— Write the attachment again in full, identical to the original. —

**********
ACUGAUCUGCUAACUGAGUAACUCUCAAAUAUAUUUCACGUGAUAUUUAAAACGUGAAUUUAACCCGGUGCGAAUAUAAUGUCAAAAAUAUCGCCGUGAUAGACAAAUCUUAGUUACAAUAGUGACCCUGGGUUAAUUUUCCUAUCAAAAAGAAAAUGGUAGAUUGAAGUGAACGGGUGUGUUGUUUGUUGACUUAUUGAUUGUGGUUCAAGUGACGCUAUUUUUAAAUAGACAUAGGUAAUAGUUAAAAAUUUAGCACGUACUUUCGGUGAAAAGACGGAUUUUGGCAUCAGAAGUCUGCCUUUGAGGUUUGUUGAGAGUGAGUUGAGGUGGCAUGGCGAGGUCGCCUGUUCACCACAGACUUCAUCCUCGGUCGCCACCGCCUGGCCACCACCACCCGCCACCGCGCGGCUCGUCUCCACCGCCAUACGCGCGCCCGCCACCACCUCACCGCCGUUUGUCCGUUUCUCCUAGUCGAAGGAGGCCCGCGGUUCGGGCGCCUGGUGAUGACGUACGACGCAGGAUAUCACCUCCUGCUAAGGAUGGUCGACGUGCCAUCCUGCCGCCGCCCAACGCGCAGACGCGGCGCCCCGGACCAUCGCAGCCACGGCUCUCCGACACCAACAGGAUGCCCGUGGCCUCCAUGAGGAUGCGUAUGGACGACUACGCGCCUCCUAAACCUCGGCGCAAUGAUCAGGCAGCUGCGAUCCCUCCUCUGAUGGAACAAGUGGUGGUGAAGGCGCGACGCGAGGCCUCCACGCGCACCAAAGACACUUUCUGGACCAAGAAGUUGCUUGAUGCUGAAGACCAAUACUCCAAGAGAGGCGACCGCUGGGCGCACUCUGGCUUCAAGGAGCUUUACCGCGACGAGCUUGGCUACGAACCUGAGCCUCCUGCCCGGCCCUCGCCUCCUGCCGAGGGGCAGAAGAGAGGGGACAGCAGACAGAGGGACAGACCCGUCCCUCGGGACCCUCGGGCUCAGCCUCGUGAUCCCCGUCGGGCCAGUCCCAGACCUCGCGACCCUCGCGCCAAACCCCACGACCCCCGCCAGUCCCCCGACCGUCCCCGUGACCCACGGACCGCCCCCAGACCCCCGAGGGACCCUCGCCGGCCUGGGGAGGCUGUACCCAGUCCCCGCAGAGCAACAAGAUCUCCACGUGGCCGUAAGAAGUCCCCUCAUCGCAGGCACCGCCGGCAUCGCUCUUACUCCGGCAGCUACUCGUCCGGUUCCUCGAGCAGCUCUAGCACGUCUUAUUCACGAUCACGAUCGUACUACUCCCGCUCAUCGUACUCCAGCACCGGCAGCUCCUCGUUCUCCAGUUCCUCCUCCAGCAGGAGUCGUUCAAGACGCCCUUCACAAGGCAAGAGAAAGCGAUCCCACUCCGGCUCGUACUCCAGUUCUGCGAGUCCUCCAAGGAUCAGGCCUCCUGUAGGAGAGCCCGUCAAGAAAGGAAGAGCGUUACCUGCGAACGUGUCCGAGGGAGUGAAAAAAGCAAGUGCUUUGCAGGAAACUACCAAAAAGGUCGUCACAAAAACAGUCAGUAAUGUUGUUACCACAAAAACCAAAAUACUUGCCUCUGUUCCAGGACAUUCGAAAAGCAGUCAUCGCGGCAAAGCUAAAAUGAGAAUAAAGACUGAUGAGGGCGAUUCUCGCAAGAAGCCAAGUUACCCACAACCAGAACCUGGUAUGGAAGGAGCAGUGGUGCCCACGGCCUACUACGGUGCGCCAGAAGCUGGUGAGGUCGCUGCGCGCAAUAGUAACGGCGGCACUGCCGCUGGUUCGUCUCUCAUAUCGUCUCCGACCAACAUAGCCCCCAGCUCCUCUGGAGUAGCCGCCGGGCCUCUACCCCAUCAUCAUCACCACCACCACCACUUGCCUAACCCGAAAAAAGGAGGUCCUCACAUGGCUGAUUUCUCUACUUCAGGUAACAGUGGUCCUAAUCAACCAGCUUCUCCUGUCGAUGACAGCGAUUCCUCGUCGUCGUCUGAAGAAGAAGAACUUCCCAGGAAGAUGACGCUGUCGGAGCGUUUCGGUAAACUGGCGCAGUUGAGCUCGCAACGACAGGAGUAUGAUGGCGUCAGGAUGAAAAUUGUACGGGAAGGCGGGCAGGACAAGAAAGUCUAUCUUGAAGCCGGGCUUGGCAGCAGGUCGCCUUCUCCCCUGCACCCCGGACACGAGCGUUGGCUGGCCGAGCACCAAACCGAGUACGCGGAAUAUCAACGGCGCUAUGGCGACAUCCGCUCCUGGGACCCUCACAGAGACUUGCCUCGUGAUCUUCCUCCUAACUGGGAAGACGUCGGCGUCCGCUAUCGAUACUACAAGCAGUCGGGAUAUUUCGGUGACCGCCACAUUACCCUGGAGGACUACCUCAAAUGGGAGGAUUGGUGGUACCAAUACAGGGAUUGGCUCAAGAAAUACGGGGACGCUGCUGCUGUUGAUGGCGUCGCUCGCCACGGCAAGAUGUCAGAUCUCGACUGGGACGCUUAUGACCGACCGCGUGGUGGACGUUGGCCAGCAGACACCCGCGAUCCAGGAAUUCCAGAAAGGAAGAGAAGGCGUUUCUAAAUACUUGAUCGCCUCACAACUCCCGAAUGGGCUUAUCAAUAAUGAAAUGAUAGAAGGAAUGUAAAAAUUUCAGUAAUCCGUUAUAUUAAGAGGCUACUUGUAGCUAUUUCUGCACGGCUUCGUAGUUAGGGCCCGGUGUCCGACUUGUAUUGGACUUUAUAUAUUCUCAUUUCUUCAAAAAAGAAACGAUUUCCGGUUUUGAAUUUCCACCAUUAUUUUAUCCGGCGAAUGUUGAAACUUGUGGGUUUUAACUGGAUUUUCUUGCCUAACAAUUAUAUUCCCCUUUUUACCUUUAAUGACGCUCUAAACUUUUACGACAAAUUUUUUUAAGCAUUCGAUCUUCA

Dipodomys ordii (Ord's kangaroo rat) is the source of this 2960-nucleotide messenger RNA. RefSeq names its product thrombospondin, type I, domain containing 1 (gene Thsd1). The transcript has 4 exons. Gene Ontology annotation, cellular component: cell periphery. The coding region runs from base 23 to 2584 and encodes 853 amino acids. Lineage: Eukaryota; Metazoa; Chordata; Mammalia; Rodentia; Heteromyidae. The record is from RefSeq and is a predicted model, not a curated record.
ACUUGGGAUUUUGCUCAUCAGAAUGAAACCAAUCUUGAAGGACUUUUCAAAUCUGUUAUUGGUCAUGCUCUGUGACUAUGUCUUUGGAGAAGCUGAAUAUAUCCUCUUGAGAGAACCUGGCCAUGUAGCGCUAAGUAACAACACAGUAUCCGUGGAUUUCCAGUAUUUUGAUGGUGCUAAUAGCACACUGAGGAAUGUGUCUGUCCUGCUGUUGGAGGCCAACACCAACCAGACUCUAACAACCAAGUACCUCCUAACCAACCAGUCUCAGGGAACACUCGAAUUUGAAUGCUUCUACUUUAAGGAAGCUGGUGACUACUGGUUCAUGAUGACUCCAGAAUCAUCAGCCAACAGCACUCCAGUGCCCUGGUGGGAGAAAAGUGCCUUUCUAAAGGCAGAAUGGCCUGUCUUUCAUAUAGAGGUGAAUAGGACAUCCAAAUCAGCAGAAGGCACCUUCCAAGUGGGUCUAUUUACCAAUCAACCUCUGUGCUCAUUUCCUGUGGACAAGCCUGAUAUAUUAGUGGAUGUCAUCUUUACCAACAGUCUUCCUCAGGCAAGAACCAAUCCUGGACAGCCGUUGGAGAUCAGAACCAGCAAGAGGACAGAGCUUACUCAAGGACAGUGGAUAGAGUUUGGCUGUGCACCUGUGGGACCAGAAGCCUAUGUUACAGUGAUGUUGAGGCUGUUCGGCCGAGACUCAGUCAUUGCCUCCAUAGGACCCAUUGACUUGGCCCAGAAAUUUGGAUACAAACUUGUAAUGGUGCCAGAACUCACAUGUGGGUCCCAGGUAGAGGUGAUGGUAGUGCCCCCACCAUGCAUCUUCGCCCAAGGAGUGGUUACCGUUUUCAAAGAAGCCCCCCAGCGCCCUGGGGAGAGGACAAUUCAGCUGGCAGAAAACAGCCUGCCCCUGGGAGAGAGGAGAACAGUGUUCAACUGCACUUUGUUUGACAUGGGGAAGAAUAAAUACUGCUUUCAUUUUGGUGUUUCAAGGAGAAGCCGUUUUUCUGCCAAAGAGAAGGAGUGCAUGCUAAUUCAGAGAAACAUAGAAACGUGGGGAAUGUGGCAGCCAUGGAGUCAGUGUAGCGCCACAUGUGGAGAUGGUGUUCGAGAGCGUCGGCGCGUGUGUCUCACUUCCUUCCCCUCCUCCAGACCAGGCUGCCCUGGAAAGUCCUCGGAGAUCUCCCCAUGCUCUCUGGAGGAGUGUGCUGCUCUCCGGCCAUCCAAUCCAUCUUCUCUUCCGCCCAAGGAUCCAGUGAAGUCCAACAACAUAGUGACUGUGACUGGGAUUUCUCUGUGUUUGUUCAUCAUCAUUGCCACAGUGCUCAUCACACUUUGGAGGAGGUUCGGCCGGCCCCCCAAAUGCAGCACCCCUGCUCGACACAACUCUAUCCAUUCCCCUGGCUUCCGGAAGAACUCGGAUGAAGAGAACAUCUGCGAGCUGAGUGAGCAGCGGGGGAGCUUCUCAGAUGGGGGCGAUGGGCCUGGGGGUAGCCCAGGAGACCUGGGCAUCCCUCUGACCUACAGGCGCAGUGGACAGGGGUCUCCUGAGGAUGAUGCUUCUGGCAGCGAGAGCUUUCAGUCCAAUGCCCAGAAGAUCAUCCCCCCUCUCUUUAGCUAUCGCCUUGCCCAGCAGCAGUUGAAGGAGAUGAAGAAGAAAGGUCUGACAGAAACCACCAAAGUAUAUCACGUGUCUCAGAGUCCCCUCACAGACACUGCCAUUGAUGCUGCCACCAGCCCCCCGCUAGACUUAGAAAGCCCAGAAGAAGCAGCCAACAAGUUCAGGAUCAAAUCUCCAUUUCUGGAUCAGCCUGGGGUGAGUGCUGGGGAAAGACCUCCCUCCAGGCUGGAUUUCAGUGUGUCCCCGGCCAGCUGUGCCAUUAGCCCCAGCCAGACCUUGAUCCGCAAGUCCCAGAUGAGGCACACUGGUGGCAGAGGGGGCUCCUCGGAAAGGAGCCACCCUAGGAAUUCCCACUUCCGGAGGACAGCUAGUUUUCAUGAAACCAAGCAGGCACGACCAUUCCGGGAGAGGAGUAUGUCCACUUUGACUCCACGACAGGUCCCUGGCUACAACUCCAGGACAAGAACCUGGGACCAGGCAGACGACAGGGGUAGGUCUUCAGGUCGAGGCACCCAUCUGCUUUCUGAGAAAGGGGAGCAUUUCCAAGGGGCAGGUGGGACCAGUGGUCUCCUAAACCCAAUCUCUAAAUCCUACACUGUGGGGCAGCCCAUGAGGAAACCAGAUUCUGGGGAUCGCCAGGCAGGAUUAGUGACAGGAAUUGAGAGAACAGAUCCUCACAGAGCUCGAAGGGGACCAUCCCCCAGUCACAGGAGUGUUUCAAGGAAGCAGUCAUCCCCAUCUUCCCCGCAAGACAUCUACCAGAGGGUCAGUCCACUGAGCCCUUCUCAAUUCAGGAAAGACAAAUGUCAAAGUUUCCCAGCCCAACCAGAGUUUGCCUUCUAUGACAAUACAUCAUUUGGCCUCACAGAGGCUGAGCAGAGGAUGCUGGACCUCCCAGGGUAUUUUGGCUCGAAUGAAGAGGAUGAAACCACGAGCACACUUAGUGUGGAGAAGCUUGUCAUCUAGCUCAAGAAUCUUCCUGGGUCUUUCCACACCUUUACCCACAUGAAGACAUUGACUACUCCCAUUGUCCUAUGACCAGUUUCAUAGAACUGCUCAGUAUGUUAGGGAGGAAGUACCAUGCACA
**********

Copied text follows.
ACUGAUCUGCUAACUGAGUAACUCUCAAAUAUAUUUCACGUGAUAUUUAAAACGUGAAUUUAACCCGGUGCGAAUAUAAUGUCAAAAAUAUCGCCGUGAUAGACAAAUCUUAGUUACAAUAGUGACCCUGGGUUAAUUUUCCUAUCAAAAAGAAAAUGGUAGAUUGAAGUGAACGGGUGUGUUGUUUGUUGACUUAUUGAUUGUGGUUCAAGUGACGCUAUUUUUAAAUAGACAUAGGUAAUAGUUAAAAAUUUAGCACGUACUUUCGGUGAAAAGACGGAUUUUGGCAUCAGAAGUCUGCCUUUGAGGUUUGUUGAGAGUGAGUUGAGGUGGCAUGGCGAGGUCGCCUGUUCACCACAGACUUCAUCCUCGGUCGCCACCGCCUGGCCACCACCACCCGCCACCGCGCGGCUCGUCUCCACCGCCAUACGCGCGCCCGCCACCACCUCACCGCCGUUUGUCCGUUUCUCCUAGUCGAAGGAGGCCCGCGGUUCGGGCGCCUGGUGAUGACGUACGACGCAGGAUAUCACCUCCUGCUAAGGAUGGUCGACGUGCCAUCCUGCCGCCGCCCAACGCGCAGACGCGGCGCCCCGGACCAUCGCAGCCACGGCUCUCCGACACCAACAGGAUGCCCGUGGCCUCCAUGAGGAUGCGUAUGGACGACUACGCGCCUCCUAAACCUCGGCGCAAUGAUCAGGCAGCUGCGAUCCCUCCUCUGAUGGAACAAGUGGUGGUGAAGGCGCGACGCGAGGCCUCCACGCGCACCAAAGACACUUUCUGGACCAAGAAGUUGCUUGAUGCUGAAGACCAAUACUCCAAGAGAGGCGACCGCUGGGCGCACUCUGGCUUCAAGGAGCUUUACCGCGACGAGCUUGGCUACGAACCUGAGCCUCCUGCCCGGCCCUCGCCUCCUGCCGAGGGGCAGAAGAGAGGGGACAGCAGACAGAGGGACAGACCCGUCCCUCGGGACCCUCGGGCUCAGCCUCGUGAUCCCCGUCGGGCCAGUCCCAGACCUCGCGACCCUCGCGCCAAACCCCACGACCCCCGCCAGUCCCCCGACCGUCCCCGUGACCCACGGACCGCCCCCAGACCCCCGAGGGACCCUCGCCGGCCUGGGGAGGCUGUACCCAGUCCCCGCAGAGCAACAAGAUCUCCACGUGGCCGUAAGAAGUCCCCUCAUCGCAGGCACCGCCGGCAUCGCUCUUACUCCGGCAGCUACUCGUCCGGUUCCUCGAGCAGCUCUAGCACGUCUUAUUCACGAUCACGAUCGUACUACUCCCGCUCAUCGUACUCCAGCACCGGCAGCUCCUCGUUCUCCAGUUCCUCCUCCAGCAGGAGUCGUUCAAGACGCCCUUCACAAGGCAAGAGAAAGCGAUCCCACUCCGGCUCGUACUCCAGUUCUGCGAGUCCUCCAAGGAUCAGGCCUCCUGUAGGAGAGCCCGUCAAGAAAGGAAGAGCGUUACCUGCGAACGUGUCCGAGGGAGUGAAAAAAGCAAGUGCUUUGCAGGAAACUACCAAAAAGGUCGUCACAAAAACAGUCAGUAAUGUUGUUACCACAAAAACCAAAAUACUUGCCUCUGUUCCAGGACAUUCGAAAAGCAGUCAUCGCGGCAAAGCUAAAAUGAGAAUAAAGACUGAUGAGGGCGAUUCUCGCAAGAAGCCAAGUUACCCACAACCAGAACCUGGUAUGGAAGGAGCAGUGGUGCCCACGGCCUACUACGGUGCGCCAGAAGCUGGUGAGGUCGCUGCGCGCAAUAGUAACGGCGGCACUGCCGCUGGUUCGUCUCUCAUAUCGUCUCCGACCAACAUAGCCCCCAGCUCCUCUGGAGUAGCCGCCGGGCCUCUACCCCAUCAUCAUCACCACCACCACCACUUGCCUAACCCGAAAAAAGGAGGUCCUCACAUGGCUGAUUUCUCUACUUCAGGUAACAGUGGUCCUAAUCAACCAGCUUCUCCUGUCGAUGACAGCGAUUCCUCGUCGUCGUCUGAAGAAGAAGAACUUCCCAGGAAGAUGACGCUGUCGGAGCGUUUCGGUAAACUGGCGCAGUUGAGCUCGCAACGACAGGAGUAUGAUGGCGUCAGGAUGAAAAUUGUACGGGAAGGCGGGCAGGACAAGAAAGUCUAUCUUGAAGCCGGGCUUGGCAGCAGGUCGCCUUCUCCCCUGCACCCCGGACACGAGCGUUGGCUGGCCGAGCACCAAACCGAGUACGCGGAAUAUCAACGGCGCUAUGGCGACAUCCGCUCCUGGGACCCUCACAGAGACUUGCCUCGUGAUCUUCCUCCUAACUGGGAAGACGUCGGCGUCCGCUAUCGAUACUACAAGCAGUCGGGAUAUUUCGGUGACCGCCACAUUACCCUGGAGGACUACCUCAAAUGGGAGGAUUGGUGGUACCAAUACAGGGAUUGGCUCAAGAAAUACGGGGACGCUGCUGCUGUUGAUGGCGUCGCUCGCCACGGCAAGAUGUCAGAUCUCGACUGGGACGCUUAUGACCGACCGCGUGGUGGACGUUGGCCAGCAGACACCCGCGAUCCAGGAAUUCCAGAAAGGAAGAGAAGGCGUUUCUAAAUACUUGAUCGCCUCACAACUCCCGAAUGGGCUUAUCAAUAAUGAAAUGAUAGAAGGAAUGUAAAAAUUUCAGUAAUCCGUUAUAUUAAGAGGCUACUUGUAGCUAUUUCUGCACGGCUUCGUAGUUAGGGCCCGGUGUCCGACUUGUAUUGGACUUUAUAUAUUCUCAUUUCUUCAAAAAAGAAACGAUUUCCGGUUUUGAAUUUCCACCAUUAUUUUAUCCGGCGAAUGUUGAAACUUGUGGGUUUUAACUGGAUUUUCUUGCCUAACAAUUAUAUUCCCCUUUUUACCUUUAAUGACGCUCUAAACUUUUACGACAAAUUUUUUUAAGCAUUCGAUCUUCA

Dipodomys ordii (Ord's kangaroo rat) is the source of this 2960-nucleotide messenger RNA. RefSeq names its product thrombospondin, type I, domain containing 1 (gene Thsd1). The transcript has 4 exons. Gene Ontology annotation, cellular component: cell periphery. The coding region runs from base 23 to 2584 and encodes 853 amino acids. Lineage: Eukaryota; Metazoa; Chordata; Mammalia; Rodentia; Heteromyidae. The record is from RefSeq and is a predicted model, not a curated record.
ACUUGGGAUUUUGCUCAUCAGAAUGAAACCAAUCUUGAAGGACUUUUCAAAUCUGUUAUUGGUCAUGCUCUGUGACUAUGUCUUUGGAGAAGCUGAAUAUAUCCUCUUGAGAGAACCUGGCCAUGUAGCGCUAAGUAACAACACAGUAUCCGUGGAUUUCCAGUAUUUUGAUGGUGCUAAUAGCACACUGAGGAAUGUGUCUGUCCUGCUGUUGGAGGCCAACACCAACCAGACUCUAACAACCAAGUACCUCCUAACCAACCAGUCUCAGGGAACACUCGAAUUUGAAUGCUUCUACUUUAAGGAAGCUGGUGACUACUGGUUCAUGAUGACUCCAGAAUCAUCAGCCAACAGCACUCCAGUGCCCUGGUGGGAGAAAAGUGCCUUUCUAAAGGCAGAAUGGCCUGUCUUUCAUAUAGAGGUGAAUAGGACAUCCAAAUCAGCAGAAGGCACCUUCCAAGUGGGUCUAUUUACCAAUCAACCUCUGUGCUCAUUUCCUGUGGACAAGCCUGAUAUAUUAGUGGAUGUCAUCUUUACCAACAGUCUUCCUCAGGCAAGAACCAAUCCUGGACAGCCGUUGGAGAUCAGAACCAGCAAGAGGACAGAGCUUACUCAAGGACAGUGGAUAGAGUUUGGCUGUGCACCUGUGGGACCAGAAGCCUAUGUUACAGUGAUGUUGAGGCUGUUCGGCCGAGACUCAGUCAUUGCCUCCAUAGGACCCAUUGACUUGGCCCAGAAAUUUGGAUACAAACUUGUAAUGGUGCCAGAACUCACAUGUGGGUCCCAGGUAGAGGUGAUGGUAGUGCCCCCACCAUGCAUCUUCGCCCAAGGAGUGGUUACCGUUUUCAAAGAAGCCCCCCAGCGCCCUGGGGAGAGGACAAUUCAGCUGGCAGAAAACAGCCUGCCCCUGGGAGAGAGGAGAACAGUGUUCAACUGCACUUUGUUUGACAUGGGGAAGAAUAAAUACUGCUUUCAUUUUGGUGUUUCAAGGAGAAGCCGUUUUUCUGCCAAAGAGAAGGAGUGCAUGCUAAUUCAGAGAAACAUAGAAACGUGGGGAAUGUGGCAGCCAUGGAGUCAGUGUAGCGCCACAUGUGGAGAUGGUGUUCGAGAGCGUCGGCGCGUGUGUCUCACUUCCUUCCCCUCCUCCAGACCAGGCUGCCCUGGAAAGUCCUCGGAGAUCUCCCCAUGCUCUCUGGAGGAGUGUGCUGCUCUCCGGCCAUCCAAUCCAUCUUCUCUUCCGCCCAAGGAUCCAGUGAAGUCCAACAACAUAGUGACUGUGACUGGGAUUUCUCUGUGUUUGUUCAUCAUCAUUGCCACAGUGCUCAUCACACUUUGGAGGAGGUUCGGCCGGCCCCCCAAAUGCAGCACCCCUGCUCGACACAACUCUAUCCAUUCCCCUGGCUUCCGGAAGAACUCGGAUGAAGAGAACAUCUGCGAGCUGAGUGAGCAGCGGGGGAGCUUCUCAGAUGGGGGCGAUGGGCCUGGGGGUAGCCCAGGAGACCUGGGCAUCCCUCUGACCUACAGGCGCAGUGGACAGGGGUCUCCUGAGGAUGAUGCUUCUGGCAGCGAGAGCUUUCAGUCCAAUGCCCAGAAGAUCAUCCCCCCUCUCUUUAGCUAUCGCCUUGCCCAGCAGCAGUUGAAGGAGAUGAAGAAGAAAGGUCUGACAGAAACCACCAAAGUAUAUCACGUGUCUCAGAGUCCCCUCACAGACACUGCCAUUGAUGCUGCCACCAGCCCCCCGCUAGACUUAGAAAGCCCAGAAGAAGCAGCCAACAAGUUCAGGAUCAAAUCUCCAUUUCUGGAUCAGCCUGGGGUGAGUGCUGGGGAAAGACCUCCCUCCAGGCUGGAUUUCAGUGUGUCCCCGGCCAGCUGUGCCAUUAGCCCCAGCCAGACCUUGAUCCGCAAGUCCCAGAUGAGGCACACUGGUGGCAGAGGGGGCUCCUCGGAAAGGAGCCACCCUAGGAAUUCCCACUUCCGGAGGACAGCUAGUUUUCAUGAAACCAAGCAGGCACGACCAUUCCGGGAGAGGAGUAUGUCCACUUUGACUCCACGACAGGUCCCUGGCUACAACUCCAGGACAAGAACCUGGGACCAGGCAGACGACAGGGGUAGGUCUUCAGGUCGAGGCACCCAUCUGCUUUCUGAGAAAGGGGAGCAUUUCCAAGGGGCAGGUGGGACCAGUGGUCUCCUAAACCCAAUCUCUAAAUCCUACACUGUGGGGCAGCCCAUGAGGAAACCAGAUUCUGGGGAUCGCCAGGCAGGAUUAGUGACAGGAAUUGAGAGAACAGAUCCUCACAGAGCUCGAAGGGGACCAUCCCCCAGUCACAGGAGUGUUUCAAGGAAGCAGUCAUCCCCAUCUUCCCCGCAAGACAUCUACCAGAGGGUCAGUCCACUGAGCCCUUCUCAAUUCAGGAAAGACAAAUGUCAAAGUUUCCCAGCCCAACCAGAGUUUGCCUUCUAUGACAAUACAUCAUUUGGCCUCACAGAGGCUGAGCAGAGGAUGCUGGACCUCCCAGGGUAUUUUGGCUCGAAUGAAGAGGAUGAAACCACGAGCACACUUAGUGUGGAGAAGCUUGUCAUCUAGCUCAAGAAUCUUCCUGGGUCUUUCCACACCUUUACCCACAUGAAGACAUUGACUACUCCCAUUGUCCUAUGACCAGUUUCAUAGAACUGCUCAGUAUGUUAGGGAGGAAGUACCAUGCACA